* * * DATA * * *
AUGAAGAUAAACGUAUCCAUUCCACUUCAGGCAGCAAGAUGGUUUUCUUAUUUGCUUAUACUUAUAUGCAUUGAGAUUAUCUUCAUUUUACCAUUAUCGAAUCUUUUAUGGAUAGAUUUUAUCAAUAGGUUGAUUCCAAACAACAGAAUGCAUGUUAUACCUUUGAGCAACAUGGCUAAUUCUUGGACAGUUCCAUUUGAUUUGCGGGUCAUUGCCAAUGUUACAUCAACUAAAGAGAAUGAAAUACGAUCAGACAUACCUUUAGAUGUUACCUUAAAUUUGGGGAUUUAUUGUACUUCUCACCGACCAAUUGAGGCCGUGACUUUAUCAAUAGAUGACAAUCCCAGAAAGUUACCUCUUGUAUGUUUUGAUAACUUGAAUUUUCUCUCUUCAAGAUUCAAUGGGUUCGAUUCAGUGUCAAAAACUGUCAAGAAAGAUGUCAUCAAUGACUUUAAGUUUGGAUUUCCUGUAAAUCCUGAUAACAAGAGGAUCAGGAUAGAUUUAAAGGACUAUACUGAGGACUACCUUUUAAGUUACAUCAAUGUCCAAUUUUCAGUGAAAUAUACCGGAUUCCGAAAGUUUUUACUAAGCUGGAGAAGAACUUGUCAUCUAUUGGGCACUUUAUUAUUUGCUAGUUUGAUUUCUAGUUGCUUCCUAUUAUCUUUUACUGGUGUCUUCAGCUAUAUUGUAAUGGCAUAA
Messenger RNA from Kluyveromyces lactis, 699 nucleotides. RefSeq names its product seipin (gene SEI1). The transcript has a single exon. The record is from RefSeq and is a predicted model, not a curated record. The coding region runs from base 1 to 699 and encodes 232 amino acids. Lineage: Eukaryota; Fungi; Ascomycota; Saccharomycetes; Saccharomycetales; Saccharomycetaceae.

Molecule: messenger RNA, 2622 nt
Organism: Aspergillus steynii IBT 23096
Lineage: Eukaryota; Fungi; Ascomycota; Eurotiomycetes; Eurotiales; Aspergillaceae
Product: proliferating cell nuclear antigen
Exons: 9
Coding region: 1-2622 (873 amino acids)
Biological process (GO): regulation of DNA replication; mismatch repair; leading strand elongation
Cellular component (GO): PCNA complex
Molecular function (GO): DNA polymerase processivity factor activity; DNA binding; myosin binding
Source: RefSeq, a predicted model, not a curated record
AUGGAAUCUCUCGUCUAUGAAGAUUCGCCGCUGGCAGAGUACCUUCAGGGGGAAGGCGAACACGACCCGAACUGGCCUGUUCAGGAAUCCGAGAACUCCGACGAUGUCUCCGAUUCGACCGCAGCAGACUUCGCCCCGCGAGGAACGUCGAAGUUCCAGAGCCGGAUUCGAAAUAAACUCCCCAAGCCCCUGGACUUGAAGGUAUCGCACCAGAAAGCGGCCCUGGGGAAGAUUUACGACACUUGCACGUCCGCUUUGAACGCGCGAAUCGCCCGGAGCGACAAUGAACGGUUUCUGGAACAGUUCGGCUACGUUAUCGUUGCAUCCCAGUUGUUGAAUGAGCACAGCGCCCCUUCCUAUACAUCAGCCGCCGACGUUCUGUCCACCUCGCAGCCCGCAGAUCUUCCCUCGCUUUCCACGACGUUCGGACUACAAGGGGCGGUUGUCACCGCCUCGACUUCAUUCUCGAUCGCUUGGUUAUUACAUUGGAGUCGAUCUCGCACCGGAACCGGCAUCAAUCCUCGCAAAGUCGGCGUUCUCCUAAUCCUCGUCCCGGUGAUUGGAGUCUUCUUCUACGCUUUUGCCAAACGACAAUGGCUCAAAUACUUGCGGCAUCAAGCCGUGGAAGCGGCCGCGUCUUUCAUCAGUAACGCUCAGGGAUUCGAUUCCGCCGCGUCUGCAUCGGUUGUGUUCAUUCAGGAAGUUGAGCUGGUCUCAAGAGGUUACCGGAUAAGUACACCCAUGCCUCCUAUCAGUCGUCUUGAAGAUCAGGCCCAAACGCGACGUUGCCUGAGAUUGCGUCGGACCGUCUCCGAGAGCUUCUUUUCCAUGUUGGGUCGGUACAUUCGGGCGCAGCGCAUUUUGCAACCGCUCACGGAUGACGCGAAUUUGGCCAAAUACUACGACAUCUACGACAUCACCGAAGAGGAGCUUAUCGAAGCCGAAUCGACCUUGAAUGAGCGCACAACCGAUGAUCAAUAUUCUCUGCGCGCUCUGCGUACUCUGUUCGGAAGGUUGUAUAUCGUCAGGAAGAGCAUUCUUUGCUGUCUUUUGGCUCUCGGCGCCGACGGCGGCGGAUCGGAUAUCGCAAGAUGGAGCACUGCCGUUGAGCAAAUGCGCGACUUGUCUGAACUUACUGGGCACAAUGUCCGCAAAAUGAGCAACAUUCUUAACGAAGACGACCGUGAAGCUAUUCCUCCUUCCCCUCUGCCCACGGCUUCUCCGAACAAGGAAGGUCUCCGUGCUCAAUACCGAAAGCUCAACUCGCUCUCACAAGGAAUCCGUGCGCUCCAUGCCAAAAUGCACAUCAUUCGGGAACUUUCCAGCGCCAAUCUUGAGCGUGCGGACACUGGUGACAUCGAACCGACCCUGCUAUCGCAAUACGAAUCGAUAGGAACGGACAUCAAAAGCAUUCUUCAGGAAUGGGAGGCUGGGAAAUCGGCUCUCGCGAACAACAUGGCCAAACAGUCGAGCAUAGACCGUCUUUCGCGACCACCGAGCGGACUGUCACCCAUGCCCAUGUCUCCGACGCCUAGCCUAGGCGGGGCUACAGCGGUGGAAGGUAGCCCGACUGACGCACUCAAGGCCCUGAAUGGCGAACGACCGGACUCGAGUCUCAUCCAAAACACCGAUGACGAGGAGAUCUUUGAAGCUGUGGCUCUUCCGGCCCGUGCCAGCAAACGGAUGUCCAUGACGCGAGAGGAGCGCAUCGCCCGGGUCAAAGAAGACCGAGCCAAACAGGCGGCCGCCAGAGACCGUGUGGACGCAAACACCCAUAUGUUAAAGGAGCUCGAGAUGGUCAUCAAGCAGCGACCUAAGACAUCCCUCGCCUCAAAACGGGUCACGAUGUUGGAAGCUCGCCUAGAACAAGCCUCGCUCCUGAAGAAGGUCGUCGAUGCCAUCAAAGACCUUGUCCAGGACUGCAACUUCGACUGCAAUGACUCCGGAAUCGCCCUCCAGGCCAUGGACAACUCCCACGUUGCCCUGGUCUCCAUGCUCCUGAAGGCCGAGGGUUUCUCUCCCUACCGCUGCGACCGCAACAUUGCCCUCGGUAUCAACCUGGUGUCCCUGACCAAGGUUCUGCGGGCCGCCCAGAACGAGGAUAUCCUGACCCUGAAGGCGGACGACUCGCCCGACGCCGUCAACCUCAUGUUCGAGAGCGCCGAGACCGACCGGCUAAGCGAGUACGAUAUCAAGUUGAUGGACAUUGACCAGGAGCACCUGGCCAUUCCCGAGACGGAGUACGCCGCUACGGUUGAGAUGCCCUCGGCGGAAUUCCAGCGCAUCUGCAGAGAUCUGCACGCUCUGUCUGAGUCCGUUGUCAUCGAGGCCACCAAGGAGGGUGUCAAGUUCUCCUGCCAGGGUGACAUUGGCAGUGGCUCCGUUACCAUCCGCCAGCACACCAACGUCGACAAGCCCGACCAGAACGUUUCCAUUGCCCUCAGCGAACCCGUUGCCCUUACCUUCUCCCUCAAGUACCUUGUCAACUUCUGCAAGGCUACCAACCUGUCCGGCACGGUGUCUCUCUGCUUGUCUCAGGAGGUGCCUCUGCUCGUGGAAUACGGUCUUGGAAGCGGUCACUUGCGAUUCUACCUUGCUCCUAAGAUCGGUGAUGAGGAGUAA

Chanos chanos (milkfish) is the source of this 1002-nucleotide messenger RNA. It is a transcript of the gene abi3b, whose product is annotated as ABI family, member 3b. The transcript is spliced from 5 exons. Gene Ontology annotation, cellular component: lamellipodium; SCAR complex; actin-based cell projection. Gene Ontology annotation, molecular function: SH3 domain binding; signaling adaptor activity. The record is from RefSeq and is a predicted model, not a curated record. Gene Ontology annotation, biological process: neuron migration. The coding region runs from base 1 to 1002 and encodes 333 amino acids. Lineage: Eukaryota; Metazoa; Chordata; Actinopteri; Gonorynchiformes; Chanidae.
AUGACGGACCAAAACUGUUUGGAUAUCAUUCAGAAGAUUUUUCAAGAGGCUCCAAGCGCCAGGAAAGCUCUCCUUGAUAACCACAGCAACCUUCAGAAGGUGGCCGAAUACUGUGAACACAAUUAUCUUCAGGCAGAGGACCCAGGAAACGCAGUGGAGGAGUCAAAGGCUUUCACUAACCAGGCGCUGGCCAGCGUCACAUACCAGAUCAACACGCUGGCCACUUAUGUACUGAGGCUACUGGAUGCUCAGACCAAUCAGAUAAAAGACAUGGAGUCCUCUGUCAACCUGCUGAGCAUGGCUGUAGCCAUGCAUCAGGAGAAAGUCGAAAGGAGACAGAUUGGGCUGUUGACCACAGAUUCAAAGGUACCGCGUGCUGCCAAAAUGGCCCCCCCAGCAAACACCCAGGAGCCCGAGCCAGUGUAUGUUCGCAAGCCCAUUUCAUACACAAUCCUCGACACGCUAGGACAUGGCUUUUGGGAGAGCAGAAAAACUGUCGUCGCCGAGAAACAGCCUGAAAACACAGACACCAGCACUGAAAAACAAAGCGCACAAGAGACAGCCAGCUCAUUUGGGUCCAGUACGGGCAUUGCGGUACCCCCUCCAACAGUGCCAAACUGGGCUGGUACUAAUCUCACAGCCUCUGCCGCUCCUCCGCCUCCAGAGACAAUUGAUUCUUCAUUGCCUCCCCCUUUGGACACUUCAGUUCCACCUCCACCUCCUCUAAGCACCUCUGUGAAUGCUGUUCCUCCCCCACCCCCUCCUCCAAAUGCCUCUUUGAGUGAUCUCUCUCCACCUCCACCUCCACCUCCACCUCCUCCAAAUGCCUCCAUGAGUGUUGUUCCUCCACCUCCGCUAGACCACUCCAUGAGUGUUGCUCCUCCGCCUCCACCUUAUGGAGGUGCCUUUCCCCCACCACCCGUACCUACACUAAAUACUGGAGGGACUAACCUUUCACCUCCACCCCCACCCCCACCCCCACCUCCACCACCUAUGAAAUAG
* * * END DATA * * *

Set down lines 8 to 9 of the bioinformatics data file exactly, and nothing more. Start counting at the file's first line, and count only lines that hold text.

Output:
Coding region: 1-2622 (873 amino acids)
Biological process (GO): regulation of DNA replication; mismatch repair; leading strand elongation